I've been noticing this trend lately, so i just have a comment on what you wrote: I don't think you should apologize for writing several paragraphs. You wrote something you felt you had to say to encourage others. If someone came here, saw the wall of text, and decided to leave because that's too much to read, then your writing isn't affecting them anyway and there's nothing to apologize for. And the people who actually read all the way through to your apology are the ones you shouldn't be apologizing to anyway, since we found it worthwhile to read your advice. It's not like it's a chore to read someone's post. We are all on the internet, and on Duolingo, and on the Duolingo discussion forums because we want to read something, after all!
Congrats. I have the same approach to not rushing through the tree, but only have a short amount of time per day. But at the moment I am at a 474 day streak and am at only level 17. So a long way to go.
You're doing great! You demonstrate that commitment works. Going at my own slow steady pace can be like Snakes & Ladders; two verbs learnt, three adverbs forgotten. Then my brain freezes, reminding me that I really can only manage bite sized pieces! Thank you for your post and keep us updated :)
It's great you've been repeating things. If I had to say how people should study and learn from Duolingo, that'd be my advice! By repeating. Writing. Challenging yourself. Not getting too excited to the point of trying to go too further.
But I have a question, not about your methods, but about German itself: how hard is it to learn? I know it depends on commitment and interest, but in your opinion, how hard is it for you? I can't deny it interests me, but its known complexity makes me stay away for a while. French has been quite complex and one for the moment seems enough.
I personally don't find it any more difficult than high school or college classes. (I took Spanish in high school and college, but I hardly remember any of it.)
In some ways I sort of treat it like math classes, where it's doing lots of repetition that makes it easier; I found with math classes that if I did only a little homework I would run out of time on the tests, whereas if I did a lot of homework I could finish the test in plenty of time and get a great grade too.
Some of the tougher parts of German can be grammar and sentence structure, but there's plenty of material out there on the Internet to help with that. There's also some good books to buy to help with learning the grammar.
A big part of the language for me though is needing to learn a whole lot of vocabulary. Duolingo is a great start for that with the amount of words and repetition possible. In the face-to-face German classes that I took at the Goethe Institut, I found my biggest problem was just knowing enough vocabulary to express myself outside of just the words that were taught in the previous lessons.
Great answer! Thank you! I'll look forward to studying it, but only when I feel more confident in French.
752 days and level 25 German: respect due! That's amazing. I'd be interested to know, after these 2 years and level 25, what Duolingo thinks your Fluency Percentage is?
Even though the common consensus is that the fluency % on Duolingo is sort of meaningless, Duolingo says that I'm at 46%. I'm not even half way through the tree yet though, so it'll be interesting to see what it says when I finally do finish it. Then again, by that time they may have already removed that measurement.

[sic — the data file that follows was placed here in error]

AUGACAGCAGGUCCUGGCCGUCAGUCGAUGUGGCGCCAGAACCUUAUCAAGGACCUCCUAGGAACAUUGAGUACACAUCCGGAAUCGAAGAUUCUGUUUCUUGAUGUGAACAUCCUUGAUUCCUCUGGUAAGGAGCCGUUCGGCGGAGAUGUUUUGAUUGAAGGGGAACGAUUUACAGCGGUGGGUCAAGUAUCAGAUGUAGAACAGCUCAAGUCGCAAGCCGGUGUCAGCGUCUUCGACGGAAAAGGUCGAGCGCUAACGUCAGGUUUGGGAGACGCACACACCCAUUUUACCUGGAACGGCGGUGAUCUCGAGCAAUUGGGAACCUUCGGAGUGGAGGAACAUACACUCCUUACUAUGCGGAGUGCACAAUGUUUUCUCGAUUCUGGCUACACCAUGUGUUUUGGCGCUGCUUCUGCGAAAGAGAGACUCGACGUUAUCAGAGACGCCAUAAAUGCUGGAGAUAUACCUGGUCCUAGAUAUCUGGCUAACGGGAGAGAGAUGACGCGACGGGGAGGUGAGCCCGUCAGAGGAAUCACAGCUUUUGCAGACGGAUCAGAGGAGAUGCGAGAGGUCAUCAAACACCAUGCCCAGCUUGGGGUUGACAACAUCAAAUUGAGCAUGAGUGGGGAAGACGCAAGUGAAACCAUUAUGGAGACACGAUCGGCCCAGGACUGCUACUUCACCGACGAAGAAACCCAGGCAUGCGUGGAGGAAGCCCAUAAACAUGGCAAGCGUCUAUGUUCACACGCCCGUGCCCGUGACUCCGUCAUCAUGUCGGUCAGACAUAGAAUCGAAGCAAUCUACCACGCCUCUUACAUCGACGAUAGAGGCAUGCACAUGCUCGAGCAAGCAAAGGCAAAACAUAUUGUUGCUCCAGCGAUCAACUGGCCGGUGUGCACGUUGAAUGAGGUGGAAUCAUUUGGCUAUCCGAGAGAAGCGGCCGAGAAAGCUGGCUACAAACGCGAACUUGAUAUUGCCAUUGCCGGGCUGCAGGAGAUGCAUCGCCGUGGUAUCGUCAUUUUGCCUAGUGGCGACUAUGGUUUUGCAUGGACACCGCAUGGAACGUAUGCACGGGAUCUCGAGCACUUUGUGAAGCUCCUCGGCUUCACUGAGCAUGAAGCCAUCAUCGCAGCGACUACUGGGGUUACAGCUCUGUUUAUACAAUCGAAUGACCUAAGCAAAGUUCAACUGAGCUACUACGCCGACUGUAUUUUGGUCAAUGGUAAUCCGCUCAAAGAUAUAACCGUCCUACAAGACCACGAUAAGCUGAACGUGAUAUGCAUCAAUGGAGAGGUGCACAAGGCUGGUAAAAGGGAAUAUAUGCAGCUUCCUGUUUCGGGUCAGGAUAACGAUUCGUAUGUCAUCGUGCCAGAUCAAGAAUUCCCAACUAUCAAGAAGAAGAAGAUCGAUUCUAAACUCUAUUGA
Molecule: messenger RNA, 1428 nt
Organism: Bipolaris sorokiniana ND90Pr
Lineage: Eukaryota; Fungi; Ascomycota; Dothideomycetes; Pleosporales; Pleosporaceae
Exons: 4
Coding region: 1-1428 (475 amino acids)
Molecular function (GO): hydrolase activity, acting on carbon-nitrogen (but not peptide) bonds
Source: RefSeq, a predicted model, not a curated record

Congratulations! An encouraging post! Repeating and not giving up pays off.
I am currently at level 16 and have six more skills to finish before my tree is completed. All done in a 68 day streak. I do not feel I am rushing through it though. I live in Vienna and come from Sweden, so I have a lot of "outside" help (German and Swedish are more similar then German and English). I only focus on learning German, so I have no other distractions, and I also do not have a job at the moment. Lots of time to learn.
After I am finished, I will go for the reversed tree and of course keep my tree golden. I do need more sources though and will explore some children shows in German. I have started to read books I already know from other languages and I am able to grasp most of it. I often try to read aloud so I also practice pronunciation. My goal is to be fluent when summer comes.
Keep up the good work!
Thank you for your post. I also work full time so appreciate hearing how you set learning as your goal, rather than speed. I usually do Dulingo -3X per week, and & then skype / w/ someone who speaks German, 1-2 X/wk, , so I can begin conversing (skype also has a typing feature which helps during the lesson). Best to everyone....... hope to meet some of you in Germany some day (my ultimate goal!)........
what are the ways to increase the levels in Duolingo? is it only by taking the tests or where it says "test out of 20 skills?" for example? so someone who goes say from level 6 to 7, how does she/he achieve this? by doing what?
You are learning it the right way. Set up a reverse tree, work on it until it gets difficult. Gives you more practice. Set a goal of getting to level 25 on both trees. I can assure you, you will be an expert. After you get to level 25 on both trees, keep them both golden. You will be fluent trust me, C1 level. Don't say anything about you mastery on this site, they will put you down and say you are overstating your qualifications. Happening to me right now.
Yes, what you learn here will help you if you move to a German speaking country. Still, what you learn here and what is spoken might be two very different things, since there are many dialects in German. If you speak Hochdeutch, basically everyone will understand you, but you might not understand their answer if they answer in dialect.
That's great :-). I've only been on DL for about 5 months now, but cheated by doing the A1.1 course at Goethe, followed by the A2.1 (they didn't have the A1.2 - and it was a bit of a jump but doable.) I really found that DL and the courses complimented each other. As for the level, I'm about 90/121 through the tree, and I find that it has touched on some A2 stuff, but that it isn't as comprehensive as the Goethe Institute course.